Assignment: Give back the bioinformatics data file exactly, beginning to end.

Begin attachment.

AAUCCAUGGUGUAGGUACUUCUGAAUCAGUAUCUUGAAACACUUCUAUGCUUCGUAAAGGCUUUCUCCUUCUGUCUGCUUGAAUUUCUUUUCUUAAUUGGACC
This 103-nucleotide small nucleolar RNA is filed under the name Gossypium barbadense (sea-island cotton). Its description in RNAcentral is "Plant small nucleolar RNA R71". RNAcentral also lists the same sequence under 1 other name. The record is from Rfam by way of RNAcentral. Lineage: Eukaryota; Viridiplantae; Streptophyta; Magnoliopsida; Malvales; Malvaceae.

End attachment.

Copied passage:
AAUCCAUGGUGUAGGUACUUCUGAAUCAGUAUCUUGAAACACUUCUAUGCUUCGUAAAGGCUUUCUCCUUCUGUCUGCUUGAAUUUCUUUUCUUAAUUGGACC
This 103-nucleotide small nucleolar RNA is filed under the name Gossypium barbadense (sea-island cotton). Its description in RNAcentral is "Plant small nucleolar RNA R71". RNAcentral also lists the same sequence under 1 other name. The record is from Rfam by way of RNAcentral. Lineage: Eukaryota; Viridiplantae; Streptophyta; Magnoliopsida; Malvales; Malvaceae.